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Singapore develops smart chip that checks battery health

Posted: 27 Nov 2015 ?? ?Print Version ?Bookmark and Share

Keywords:smart chip? lithium-ion battery? algorithm? electric vehicle?

A group of scientists from Nanyang Technological University (NTU) in Singapore has developed a chip that tells how healthy a battery is and if it is safe to use.

The smart chip sends out a warning if the battery in a smartphone or an electric vehicle is faulty or at risk of catching fire. Current warning systems only alert users when the battery is already overheating, which may be too late for any remedial action.

Developed by Professor Rachid Yazami of the Energy Research Institute @ NTU (ERI@N), this smart chip is small enough to be embedded in almost all batteries, from the small batteries in mobile devices to the huge power packs found in electric vehicles and advanced aeroplanes.

"Although the risk of a battery failing and catching fire is very low, with the billions of lithium-ion batteries being produced yearly, even a one-in-a-million chance would mean over a thousand failures," said Yazami, who holds more than 50 patents and has authored more than 200 scientific papers, book chapters and reports on batteries.

Smart chip

This smart chip can tell the health of a battery. (Source: NTU)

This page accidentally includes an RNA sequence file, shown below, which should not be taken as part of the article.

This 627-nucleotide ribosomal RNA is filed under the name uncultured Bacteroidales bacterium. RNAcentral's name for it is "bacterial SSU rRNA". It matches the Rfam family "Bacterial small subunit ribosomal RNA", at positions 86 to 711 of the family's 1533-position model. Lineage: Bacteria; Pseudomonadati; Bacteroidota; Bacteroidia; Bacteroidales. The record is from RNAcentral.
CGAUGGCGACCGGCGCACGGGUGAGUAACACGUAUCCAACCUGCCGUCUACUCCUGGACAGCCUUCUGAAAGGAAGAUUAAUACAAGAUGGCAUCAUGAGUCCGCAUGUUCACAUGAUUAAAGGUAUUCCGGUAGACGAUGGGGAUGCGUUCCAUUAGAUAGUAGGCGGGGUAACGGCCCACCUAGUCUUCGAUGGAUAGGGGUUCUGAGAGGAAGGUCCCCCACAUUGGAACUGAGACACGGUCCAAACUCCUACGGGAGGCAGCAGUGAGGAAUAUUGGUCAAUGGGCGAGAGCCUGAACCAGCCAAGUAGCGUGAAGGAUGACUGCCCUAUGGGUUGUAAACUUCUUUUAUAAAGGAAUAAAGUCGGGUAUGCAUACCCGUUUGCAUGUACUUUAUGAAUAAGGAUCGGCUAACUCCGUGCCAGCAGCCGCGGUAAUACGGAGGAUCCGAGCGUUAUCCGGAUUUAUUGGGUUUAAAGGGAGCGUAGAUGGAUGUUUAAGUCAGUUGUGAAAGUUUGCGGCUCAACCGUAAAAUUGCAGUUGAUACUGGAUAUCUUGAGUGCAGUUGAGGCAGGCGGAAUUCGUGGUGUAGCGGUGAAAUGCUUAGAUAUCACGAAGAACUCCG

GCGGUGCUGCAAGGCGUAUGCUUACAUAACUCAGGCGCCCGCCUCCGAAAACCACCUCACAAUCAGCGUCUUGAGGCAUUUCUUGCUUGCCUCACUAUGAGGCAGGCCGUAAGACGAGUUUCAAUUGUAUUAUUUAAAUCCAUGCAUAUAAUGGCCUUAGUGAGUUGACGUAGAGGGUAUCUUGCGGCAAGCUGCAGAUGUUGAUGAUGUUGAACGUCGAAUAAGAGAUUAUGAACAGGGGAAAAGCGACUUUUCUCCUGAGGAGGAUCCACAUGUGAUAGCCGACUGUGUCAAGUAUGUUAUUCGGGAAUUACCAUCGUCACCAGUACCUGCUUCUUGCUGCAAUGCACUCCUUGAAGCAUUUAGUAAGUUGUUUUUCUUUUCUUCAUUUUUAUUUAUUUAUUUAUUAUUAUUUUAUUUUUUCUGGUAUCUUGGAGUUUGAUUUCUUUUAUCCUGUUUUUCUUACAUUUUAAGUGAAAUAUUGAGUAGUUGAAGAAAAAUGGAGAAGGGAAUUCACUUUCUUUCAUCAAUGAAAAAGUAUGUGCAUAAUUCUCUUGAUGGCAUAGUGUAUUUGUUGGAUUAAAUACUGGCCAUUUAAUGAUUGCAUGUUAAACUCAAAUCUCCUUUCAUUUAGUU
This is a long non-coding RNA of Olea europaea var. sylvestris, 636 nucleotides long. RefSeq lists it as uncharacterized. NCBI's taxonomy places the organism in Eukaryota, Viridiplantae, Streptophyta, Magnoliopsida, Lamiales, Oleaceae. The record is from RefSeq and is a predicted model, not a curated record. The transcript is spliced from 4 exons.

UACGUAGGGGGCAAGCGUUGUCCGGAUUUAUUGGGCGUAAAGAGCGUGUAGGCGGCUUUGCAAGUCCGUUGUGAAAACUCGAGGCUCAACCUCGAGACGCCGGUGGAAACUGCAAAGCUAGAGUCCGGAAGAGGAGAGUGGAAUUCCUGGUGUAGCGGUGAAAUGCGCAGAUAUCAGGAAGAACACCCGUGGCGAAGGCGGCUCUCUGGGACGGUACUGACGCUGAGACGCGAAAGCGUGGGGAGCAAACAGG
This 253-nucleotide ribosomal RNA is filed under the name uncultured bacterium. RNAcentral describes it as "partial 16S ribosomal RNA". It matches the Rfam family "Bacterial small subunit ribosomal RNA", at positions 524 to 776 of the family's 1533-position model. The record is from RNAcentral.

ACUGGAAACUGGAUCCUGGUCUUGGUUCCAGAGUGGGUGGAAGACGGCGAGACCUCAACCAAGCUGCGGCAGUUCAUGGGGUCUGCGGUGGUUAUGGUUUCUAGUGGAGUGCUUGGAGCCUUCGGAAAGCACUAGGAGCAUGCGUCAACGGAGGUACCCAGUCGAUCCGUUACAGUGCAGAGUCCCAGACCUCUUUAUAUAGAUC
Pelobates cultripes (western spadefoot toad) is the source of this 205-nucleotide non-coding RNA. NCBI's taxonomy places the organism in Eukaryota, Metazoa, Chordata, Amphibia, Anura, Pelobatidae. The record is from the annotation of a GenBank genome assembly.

"This poses a serious risk for electric vehicles and even in advanced aeroplanes as usually big battery packs have hundreds of cells or more bundled together to power the vehicle or aircraft. If there is a chemical fire caused by a single failed battery, it could cause fires in nearby batteries, leading to an explosion."

Patented technology

Embedded in the smart chip is a proprietary algorithm developed by Yazami that is based on electrochemical thermodynamics measurements (ETM technology).

Current lithium-ion batteries have a chip in them which only shows voltage and temperature readings. Today's battery chips are unable to detect symptoms of a malfunction and can also show only the estimated amount of charge the battery is holding.

In comparison, Yazami's patented algorithm is able to analyse both the state of health and the state of charge through a 3D chart. On a monitor screen, it looks similar to a ski route down a mountain.

Drawing on the analogy of a fingerprint, he said, "The 'ski route' of a brand new battery looks different from those of a degraded or faulty batteryjust like how two fingerprints will look quite different."

"In addition to knowing the degradation of batteries, our technology can also tell the exact state of charge of the battery, and thus optimise the charging so the battery can be maintained in its best condition while being charged faster," added Yazami.

"My vision for the future is that every battery will have this chip, which will in turn reduce the risk of battery fires in electronic devices and electric vehicles while extending their life span."

Worldwide annual production of portable battery cells have been predicted to grow from 13 billion in 2014, to over 35 billion by 2025 according to a report by Avicenne Energy.


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